Diagram Drawing Presentation Video

Re-enacting Le Corbusier’s way of sketching

Paula Strunden and Desilava Petkova (as students) are re-enacting the Le Corbusier's style to sketch.
Paula Strunden Desislava Petkova Angelika Schnell Eva Sommeregger Academy of Fine Arts Vienna, Institute for Art and Architecture
Diagram Drawing Presentation Video

November 13, 2012

View

Re-enacting Le Corbusier’s way of sketching

Paula Strunden Desislava Petkova Angelika Schnell Eva Sommeregger Academy of Fine Arts Vienna, Institute for Art and Architecture
Paula Strunden and Desilava Petkova (as students) are re-enacting the Le Corbusier's style to sketch.
Exhibition TACK Exhibition Object

Material Chariots

Material references play a vital role in the collaborative work of architects. At the office of De Smet Vermeulen architects in Ghent, chariots are used to expose samples of materials and combine them into palettes.
Paul Vermeulen De Smet Vermeulen architecten
Exhibition TACK Exhibition Object

View

Material Chariots

Paul Vermeulen De Smet Vermeulen architecten
© TACK
Material references play a vital role in the collaborative work of architects. At the office of De Smet Vermeulen architects in Ghent, chariots are used to expose samples of materials and combine them into palettes.
Exhibition TACK Exhibition Object

The B-Sides. Tupaia, Kybernetes & Lara Croft

This book exhibits the B-sides of my dissertation – ideas that were cut from the final version but that have nonetheless proven promising. Dealing with post-digital forms of navigation, it juxtaposes the stories of Polynesian navigator Tupaia, Ancient Greek Kybernetes and Lara Croft’s avatar.
Eva Sommeregger
Exhibition TACK Exhibition Object

View

The B-Sides. Tupaia, Kybernetes & Lara Croft

Eva Sommeregger
© TACK
This book exhibits the B-sides of my dissertation – ideas that were cut from the final version but that have nonetheless proven promising. Dealing with post-digital forms of navigation, it juxtaposes the stories of Polynesian navigator Tupaia, Ancient Greek Kybernetes and Lara Croft’s avatar.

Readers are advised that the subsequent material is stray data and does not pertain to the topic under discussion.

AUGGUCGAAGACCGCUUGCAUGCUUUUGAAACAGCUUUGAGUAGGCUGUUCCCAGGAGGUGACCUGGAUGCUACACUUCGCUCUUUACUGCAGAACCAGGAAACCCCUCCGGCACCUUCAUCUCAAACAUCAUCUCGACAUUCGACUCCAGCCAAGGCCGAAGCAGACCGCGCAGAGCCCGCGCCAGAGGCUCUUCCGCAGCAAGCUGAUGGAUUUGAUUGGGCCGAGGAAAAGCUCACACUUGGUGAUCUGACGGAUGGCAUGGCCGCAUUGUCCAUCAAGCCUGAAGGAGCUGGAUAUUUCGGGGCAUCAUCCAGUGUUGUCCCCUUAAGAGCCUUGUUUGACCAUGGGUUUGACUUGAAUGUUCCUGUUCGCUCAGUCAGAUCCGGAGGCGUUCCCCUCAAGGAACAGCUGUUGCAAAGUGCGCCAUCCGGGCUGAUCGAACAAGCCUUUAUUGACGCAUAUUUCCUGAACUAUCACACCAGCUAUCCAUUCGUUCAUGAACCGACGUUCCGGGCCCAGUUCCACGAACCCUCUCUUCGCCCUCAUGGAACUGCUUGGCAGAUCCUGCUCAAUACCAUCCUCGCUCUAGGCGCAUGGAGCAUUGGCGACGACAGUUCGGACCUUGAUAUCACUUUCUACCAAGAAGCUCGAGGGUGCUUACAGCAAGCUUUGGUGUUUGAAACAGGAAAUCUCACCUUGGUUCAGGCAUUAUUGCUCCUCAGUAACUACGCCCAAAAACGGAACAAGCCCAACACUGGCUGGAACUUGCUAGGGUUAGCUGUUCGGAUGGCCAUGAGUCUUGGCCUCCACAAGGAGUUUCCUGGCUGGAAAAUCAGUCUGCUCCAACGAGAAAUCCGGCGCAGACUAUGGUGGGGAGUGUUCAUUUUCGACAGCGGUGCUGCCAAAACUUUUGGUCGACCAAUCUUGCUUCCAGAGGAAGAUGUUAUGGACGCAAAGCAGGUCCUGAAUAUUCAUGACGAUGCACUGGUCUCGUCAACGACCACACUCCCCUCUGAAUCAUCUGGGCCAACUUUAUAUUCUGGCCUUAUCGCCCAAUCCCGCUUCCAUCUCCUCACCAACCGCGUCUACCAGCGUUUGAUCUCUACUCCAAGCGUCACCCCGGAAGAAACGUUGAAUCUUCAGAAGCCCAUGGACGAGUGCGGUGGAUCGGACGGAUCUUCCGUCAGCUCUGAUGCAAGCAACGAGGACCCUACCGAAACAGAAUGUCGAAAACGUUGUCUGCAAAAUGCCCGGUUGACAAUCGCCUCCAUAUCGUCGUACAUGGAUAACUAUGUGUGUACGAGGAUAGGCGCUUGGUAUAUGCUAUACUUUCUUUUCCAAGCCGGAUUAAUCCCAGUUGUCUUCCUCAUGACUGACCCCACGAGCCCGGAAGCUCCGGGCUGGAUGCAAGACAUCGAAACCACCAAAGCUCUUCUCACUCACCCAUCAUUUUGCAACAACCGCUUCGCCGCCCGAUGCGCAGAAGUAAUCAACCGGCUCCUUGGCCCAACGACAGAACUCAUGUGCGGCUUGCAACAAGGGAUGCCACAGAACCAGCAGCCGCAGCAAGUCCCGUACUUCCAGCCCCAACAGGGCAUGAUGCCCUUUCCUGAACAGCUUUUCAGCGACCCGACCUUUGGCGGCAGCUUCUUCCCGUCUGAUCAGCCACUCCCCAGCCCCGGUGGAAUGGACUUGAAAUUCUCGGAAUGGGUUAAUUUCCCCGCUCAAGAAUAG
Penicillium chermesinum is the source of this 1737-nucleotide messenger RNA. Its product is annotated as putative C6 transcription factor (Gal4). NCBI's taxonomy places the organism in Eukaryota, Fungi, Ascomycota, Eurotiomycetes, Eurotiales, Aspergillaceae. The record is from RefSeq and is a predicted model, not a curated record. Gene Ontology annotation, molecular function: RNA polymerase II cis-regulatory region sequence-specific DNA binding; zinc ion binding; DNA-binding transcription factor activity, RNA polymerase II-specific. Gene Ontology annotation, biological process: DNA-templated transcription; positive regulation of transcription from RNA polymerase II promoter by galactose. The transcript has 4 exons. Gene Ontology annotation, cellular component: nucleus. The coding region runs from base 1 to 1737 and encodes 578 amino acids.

Exhibition Model TACK Exhibition Object

Clay Landscape

This 1:1000 landscape model made from clay shows the site of a prominent 12th century church and graveyard located between two housing areas, Tensta and Rinkeby, built during the 1960´s as part of the Million Programme in Stockholm, where we are currently adding a wall of housing combined with an assembly hall, 100 metres long. In our practice we have used this kind of clay model for numerous projects over the years.
Ola Broms Wessel Klas Ruin Spridd
Exhibition Model TACK Exhibition Object

View

Clay Landscape

Ola Broms Wessel Klas Ruin Spridd
© TACK
This 1:1000 landscape model made from clay shows the site of a prominent 12th century church and graveyard located between two housing areas, Tensta and Rinkeby, built during the 1960´s as part of the Million Programme in Stockholm, where we are currently adding a wall of housing combined with an assembly hall, 100 metres long. In our practice we have used this kind of clay model for numerous projects over the years.
Conference Paper Paper Session ACTORS TACK Conference Proceedings

In Quest of Meaning – Revisiting the discourse around “non-pedigreed” architecture.

ABSTRACT
In their practice, architects never refer to something as “pedigreed” to describe their work. However, during the 1960s, Bernard Rudofsky introduced the term "non-pedigreed" architecture, which he attributed to edifices not designed by formally trained architects, but for various reasons, their status exceeds that of the "mere building". As a fact, since explicit knowledge around “non-pedigreed” architecture is scarce, architects rely mostly on interpretations. This contribution revisits several of these interpretations through the perspective of its "actors," referring to the scholarly work of selected architects, and it is structured into three parts. The first section introduces the motivations behind the study of "non-pedigreed" architecture, delving into questions of aesthetics and authorship. The second part explores the fruitful contradictions arising from the first section and focuses on the relationship between vernacular architecture and the concept of Time, as well as the development of craft skills. Finally, the third part examines specific case studies where the value of vernacular architecture shifts from being merely a reference point to becoming an integral part of the architectural production process.